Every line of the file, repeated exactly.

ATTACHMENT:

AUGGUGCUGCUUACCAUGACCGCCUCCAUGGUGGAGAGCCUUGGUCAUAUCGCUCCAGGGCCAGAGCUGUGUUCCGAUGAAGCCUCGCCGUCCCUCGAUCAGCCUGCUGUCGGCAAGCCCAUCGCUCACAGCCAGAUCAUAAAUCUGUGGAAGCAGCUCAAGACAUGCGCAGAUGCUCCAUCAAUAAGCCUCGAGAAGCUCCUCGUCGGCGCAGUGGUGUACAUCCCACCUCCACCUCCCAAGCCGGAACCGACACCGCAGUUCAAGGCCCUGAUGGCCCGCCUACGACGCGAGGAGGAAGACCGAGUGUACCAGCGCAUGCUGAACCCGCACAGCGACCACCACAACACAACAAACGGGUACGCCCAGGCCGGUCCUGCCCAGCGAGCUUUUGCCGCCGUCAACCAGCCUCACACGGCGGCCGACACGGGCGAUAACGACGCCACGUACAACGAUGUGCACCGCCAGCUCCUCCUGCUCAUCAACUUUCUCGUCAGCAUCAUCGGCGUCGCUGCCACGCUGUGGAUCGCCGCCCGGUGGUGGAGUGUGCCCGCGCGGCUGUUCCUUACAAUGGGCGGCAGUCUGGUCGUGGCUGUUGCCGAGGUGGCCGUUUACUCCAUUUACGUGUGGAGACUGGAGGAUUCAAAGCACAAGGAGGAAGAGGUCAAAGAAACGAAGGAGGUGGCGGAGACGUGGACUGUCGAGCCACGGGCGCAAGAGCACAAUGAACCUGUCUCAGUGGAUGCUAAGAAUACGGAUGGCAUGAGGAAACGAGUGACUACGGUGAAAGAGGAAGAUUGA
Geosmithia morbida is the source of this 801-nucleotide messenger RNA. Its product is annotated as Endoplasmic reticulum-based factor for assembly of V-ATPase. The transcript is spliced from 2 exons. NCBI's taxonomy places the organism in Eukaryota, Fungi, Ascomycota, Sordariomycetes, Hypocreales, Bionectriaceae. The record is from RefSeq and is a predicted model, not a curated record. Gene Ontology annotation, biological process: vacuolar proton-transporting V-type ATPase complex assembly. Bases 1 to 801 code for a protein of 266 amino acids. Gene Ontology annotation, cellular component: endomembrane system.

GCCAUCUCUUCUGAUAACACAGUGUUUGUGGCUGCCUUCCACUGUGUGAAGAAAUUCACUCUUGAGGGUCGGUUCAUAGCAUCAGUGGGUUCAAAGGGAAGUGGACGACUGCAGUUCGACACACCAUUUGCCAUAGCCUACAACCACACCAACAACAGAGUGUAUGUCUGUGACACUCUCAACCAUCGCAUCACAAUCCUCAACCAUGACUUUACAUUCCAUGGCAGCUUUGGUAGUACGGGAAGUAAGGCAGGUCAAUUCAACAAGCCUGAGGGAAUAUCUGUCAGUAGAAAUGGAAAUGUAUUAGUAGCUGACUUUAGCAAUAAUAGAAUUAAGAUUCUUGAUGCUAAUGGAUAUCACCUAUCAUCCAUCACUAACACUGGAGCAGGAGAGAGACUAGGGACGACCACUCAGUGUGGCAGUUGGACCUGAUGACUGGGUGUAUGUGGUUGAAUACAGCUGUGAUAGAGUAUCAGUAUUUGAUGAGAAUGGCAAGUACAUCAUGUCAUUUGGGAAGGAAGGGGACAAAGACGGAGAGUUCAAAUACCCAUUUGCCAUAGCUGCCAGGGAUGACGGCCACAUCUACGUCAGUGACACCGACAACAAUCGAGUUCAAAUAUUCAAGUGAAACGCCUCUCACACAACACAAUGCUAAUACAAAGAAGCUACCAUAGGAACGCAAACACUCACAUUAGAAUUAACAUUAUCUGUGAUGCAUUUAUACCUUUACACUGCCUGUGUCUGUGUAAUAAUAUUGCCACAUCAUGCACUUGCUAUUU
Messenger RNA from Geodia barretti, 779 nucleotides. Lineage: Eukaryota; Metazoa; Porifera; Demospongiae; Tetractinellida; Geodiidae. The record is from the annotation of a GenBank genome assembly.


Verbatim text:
AUGGUGCUGCUUACCAUGACCGCCUCCAUGGUGGAGAGCCUUGGUCAUAUCGCUCCAGGGCCAGAGCUGUGUUCCGAUGAAGCCUCGCCGUCCCUCGAUCAGCCUGCUGUCGGCAAGCCCAUCGCUCACAGCCAGAUCAUAAAUCUGUGGAAGCAGCUCAAGACAUGCGCAGAUGCUCCAUCAAUAAGCCUCGAGAAGCUCCUCGUCGGCGCAGUGGUGUACAUCCCACCUCCACCUCCCAAGCCGGAACCGACACCGCAGUUCAAGGCCCUGAUGGCCCGCCUACGACGCGAGGAGGAAGACCGAGUGUACCAGCGCAUGCUGAACCCGCACAGCGACCACCACAACACAACAAACGGGUACGCCCAGGCCGGUCCUGCCCAGCGAGCUUUUGCCGCCGUCAACCAGCCUCACACGGCGGCCGACACGGGCGAUAACGACGCCACGUACAACGAUGUGCACCGCCAGCUCCUCCUGCUCAUCAACUUUCUCGUCAGCAUCAUCGGCGUCGCUGCCACGCUGUGGAUCGCCGCCCGGUGGUGGAGUGUGCCCGCGCGGCUGUUCCUUACAAUGGGCGGCAGUCUGGUCGUGGCUGUUGCCGAGGUGGCCGUUUACUCCAUUUACGUGUGGAGACUGGAGGAUUCAAAGCACAAGGAGGAAGAGGUCAAAGAAACGAAGGAGGUGGCGGAGACGUGGACUGUCGAGCCACGGGCGCAAGAGCACAAUGAACCUGUCUCAGUGGAUGCUAAGAAUACGGAUGGCAUGAGGAAACGAGUGACUACGGUGAAAGAGGAAGAUUGA
Geosmithia morbida is the source of this 801-nucleotide messenger RNA. Its product is annotated as Endoplasmic reticulum-based factor for assembly of V-ATPase. The transcript is spliced from 2 exons. NCBI's taxonomy places the organism in Eukaryota, Fungi, Ascomycota, Sordariomycetes, Hypocreales, Bionectriaceae. The record is from RefSeq and is a predicted model, not a curated record. Gene Ontology annotation, biological process: vacuolar proton-transporting V-type ATPase complex assembly. Bases 1 to 801 code for a protein of 266 amino acids. Gene Ontology annotation, cellular component: endomembrane system.

GCCAUCUCUUCUGAUAACACAGUGUUUGUGGCUGCCUUCCACUGUGUGAAGAAAUUCACUCUUGAGGGUCGGUUCAUAGCAUCAGUGGGUUCAAAGGGAAGUGGACGACUGCAGUUCGACACACCAUUUGCCAUAGCCUACAACCACACCAACAACAGAGUGUAUGUCUGUGACACUCUCAACCAUCGCAUCACAAUCCUCAACCAUGACUUUACAUUCCAUGGCAGCUUUGGUAGUACGGGAAGUAAGGCAGGUCAAUUCAACAAGCCUGAGGGAAUAUCUGUCAGUAGAAAUGGAAAUGUAUUAGUAGCUGACUUUAGCAAUAAUAGAAUUAAGAUUCUUGAUGCUAAUGGAUAUCACCUAUCAUCCAUCACUAACACUGGAGCAGGAGAGAGACUAGGGACGACCACUCAGUGUGGCAGUUGGACCUGAUGACUGGGUGUAUGUGGUUGAAUACAGCUGUGAUAGAGUAUCAGUAUUUGAUGAGAAUGGCAAGUACAUCAUGUCAUUUGGGAAGGAAGGGGACAAAGACGGAGAGUUCAAAUACCCAUUUGCCAUAGCUGCCAGGGAUGACGGCCACAUCUACGUCAGUGACACCGACAACAAUCGAGUUCAAAUAUUCAAGUGAAACGCCUCUCACACAACACAAUGCUAAUACAAAGAAGCUACCAUAGGAACGCAAACACUCACAUUAGAAUUAACAUUAUCUGUGAUGCAUUUAUACCUUUACACUGCCUGUGUCUGUGUAAUAAUAUUGCCACAUCAUGCACUUGCUAUUU
Messenger RNA from Geodia barretti, 779 nucleotides. Lineage: Eukaryota; Metazoa; Porifera; Demospongiae; Tetractinellida; Geodiidae. The record is from the annotation of a GenBank genome assembly.